Format: DVD
This movie has very little plot or coherence. It's a stew containing uncooked lumps of time-traveling entities, apparitions in basements, and figments inducing people to commit suicide.

Actually, the director's commentary on this DVD is better than the movie itself. In addition to providing some behind-the-scenes insights into how a bunch of buddies get together to make an Indie film like this, he talks about how he went about casting "Unholy." He says he was sure from the start that he wanted Adrienne Barbeau in the film because he'd remembered her as the all-night DJ in "The Fog," where she'd won him over with her "sexiest voice ever."

Barbeau's presence in "Unholy" is in fact the film's only redeeming virtue. It's good to see her on screen again, but it's unfortunate it had to be in a mishmash like this. So whether you are looking for sex appeal, or for a movie with at least some suspense and semblance of plot - it would in fact be better to go back to the source and check out "The Fog." Watching this movie will just leave you in one.
4 of 5 people found the following review helpful
By Tim Janson - Published on Amazon.com
Format: DVD
Unholy is not an easy movie to classify...part horror, part sci-fi, part psychological thriller, it isn't great in any one area but it is an interesting `small' movie. I use the word small because the two stars, Barbeau and Brendon, ad onscreen throughout almost the entire film. This isn't a scary movie, per se, but it is creepy. It's one of those films that makes you wonder just what the heck is going on throughout most of the movie but a twist at the end brings everything home.

Barbeau is Martha who returns home with flowers for her teenage daughter, Hope. But Hope has locked herself in the outdoor storm cellar with a gun to her head, babbling incoherently about some experiment...just before she pulls the trigger. Brendon plays older brother Lucas in a role not unlike `Xander in Buffy the Vampire Slayer. He's slightly timid and tries to make up for it with humor. Martha wants to know why her daughter would take her own life and what this experiment is that she referred to before she took her own life. They find a hidden room in the basement with a painting of a crazed looking man wearing Nazi symbols. Martha falls asleep several times only to find herself in this room, strapped into a chair, and listening to an old record phonograph playing some crazed, cult-like chanting.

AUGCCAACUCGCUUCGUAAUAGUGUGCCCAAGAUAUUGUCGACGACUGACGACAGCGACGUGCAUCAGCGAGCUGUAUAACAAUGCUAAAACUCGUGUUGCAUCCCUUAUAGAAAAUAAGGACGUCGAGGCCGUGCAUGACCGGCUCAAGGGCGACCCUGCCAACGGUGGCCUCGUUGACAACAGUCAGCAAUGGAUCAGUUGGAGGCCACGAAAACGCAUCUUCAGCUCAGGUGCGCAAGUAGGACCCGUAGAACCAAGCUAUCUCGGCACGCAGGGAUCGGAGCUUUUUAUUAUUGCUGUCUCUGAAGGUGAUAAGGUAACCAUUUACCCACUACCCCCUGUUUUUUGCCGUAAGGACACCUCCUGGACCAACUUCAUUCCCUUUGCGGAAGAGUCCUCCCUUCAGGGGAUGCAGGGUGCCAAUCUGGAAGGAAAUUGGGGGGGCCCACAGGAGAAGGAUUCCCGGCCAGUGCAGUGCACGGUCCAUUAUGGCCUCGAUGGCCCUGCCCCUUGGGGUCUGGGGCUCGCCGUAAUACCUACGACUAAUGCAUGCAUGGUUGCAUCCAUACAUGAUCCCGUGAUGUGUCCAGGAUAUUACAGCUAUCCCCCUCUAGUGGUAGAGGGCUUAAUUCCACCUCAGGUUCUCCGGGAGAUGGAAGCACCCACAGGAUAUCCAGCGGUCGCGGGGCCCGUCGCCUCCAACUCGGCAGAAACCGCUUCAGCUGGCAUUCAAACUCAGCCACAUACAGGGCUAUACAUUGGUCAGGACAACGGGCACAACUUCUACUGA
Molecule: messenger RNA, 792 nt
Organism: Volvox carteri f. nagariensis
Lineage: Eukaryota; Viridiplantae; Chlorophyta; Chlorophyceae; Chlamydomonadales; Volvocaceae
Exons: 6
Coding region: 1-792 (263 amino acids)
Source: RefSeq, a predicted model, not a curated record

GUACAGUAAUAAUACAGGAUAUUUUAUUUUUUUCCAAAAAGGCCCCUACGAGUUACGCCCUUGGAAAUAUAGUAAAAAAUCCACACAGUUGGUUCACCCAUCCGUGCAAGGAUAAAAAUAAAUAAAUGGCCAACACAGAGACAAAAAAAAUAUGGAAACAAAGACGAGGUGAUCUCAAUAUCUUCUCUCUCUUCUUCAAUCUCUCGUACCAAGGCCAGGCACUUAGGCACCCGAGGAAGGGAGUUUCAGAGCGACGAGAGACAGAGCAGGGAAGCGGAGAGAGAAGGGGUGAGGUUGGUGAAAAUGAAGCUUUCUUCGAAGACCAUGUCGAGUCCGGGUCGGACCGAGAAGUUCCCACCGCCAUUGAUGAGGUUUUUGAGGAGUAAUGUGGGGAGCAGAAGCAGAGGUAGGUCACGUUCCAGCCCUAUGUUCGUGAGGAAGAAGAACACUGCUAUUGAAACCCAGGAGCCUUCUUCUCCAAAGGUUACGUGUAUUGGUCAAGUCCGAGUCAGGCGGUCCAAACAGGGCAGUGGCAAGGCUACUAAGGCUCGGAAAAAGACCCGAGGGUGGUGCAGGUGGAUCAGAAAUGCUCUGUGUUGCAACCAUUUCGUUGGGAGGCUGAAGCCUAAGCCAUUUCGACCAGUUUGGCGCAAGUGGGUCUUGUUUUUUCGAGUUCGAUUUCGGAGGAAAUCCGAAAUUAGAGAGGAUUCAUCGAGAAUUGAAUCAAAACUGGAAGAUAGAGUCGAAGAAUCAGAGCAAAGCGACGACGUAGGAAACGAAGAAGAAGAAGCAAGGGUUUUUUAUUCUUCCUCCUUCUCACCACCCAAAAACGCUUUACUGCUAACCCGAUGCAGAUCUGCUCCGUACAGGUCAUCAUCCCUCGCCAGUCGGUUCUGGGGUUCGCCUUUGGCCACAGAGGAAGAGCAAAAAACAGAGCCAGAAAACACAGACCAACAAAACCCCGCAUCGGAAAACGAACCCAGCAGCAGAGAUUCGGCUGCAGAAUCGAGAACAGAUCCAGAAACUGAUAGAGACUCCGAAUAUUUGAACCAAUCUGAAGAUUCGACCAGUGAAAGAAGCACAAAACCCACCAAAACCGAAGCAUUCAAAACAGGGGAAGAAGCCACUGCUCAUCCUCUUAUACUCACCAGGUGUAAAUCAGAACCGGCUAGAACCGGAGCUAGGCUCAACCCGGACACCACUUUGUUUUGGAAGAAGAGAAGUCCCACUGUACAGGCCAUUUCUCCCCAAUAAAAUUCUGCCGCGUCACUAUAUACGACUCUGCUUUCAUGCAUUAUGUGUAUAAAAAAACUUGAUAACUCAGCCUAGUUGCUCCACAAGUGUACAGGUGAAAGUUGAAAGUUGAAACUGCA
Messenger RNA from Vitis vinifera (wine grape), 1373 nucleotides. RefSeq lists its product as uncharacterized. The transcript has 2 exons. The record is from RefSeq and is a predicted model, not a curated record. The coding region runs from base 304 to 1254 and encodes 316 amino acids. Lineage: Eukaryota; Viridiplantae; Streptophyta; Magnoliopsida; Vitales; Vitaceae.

This is a film where virtually every character they encounter is some kind of nut or seems to know something about what's going on...from the guy who runs the flower shop to Martha's old next door neighbor, Charlie. Martha and Nicholas discover that the man in the painting was a Nazi scientist working on an experiment with the U.s. Government on what they called the Unholy Trinity: Time Travel, Mind Control, and invisibility. The more they discover, the more strange things become...there's encounters with strange kids in cemeteries, Nazi soldiers, and something morphing out of Martha's own living room floor and grabbing her ankle. You really do wonder where all this is going as it's just so over-the-top bizarre.

5 of 7 people found the following review helpful
Borderline Genius Sept. 10 2007
By Billy Loomis - Published on Amazon.com
Format: DVD Verified Purchase
I've seen some reviews calling this movie genius, and some calling it a mess...I definitely agree with the first. This movie is brilliant. Especially for direct to video standards. That being said, it is NOT for everyone. It is not a slasher. It is not a straightforward horror. It's DRAMA/THRILLER. If you want a straight forward horror movie, go see any of the countless DTV options. If you want a movie that makes you think, and one of the few movies I've seen where you can watch the entire thing TWICE and it be like seeing two different movies...watch UNHOLY. It's quickly becoming of of my faves...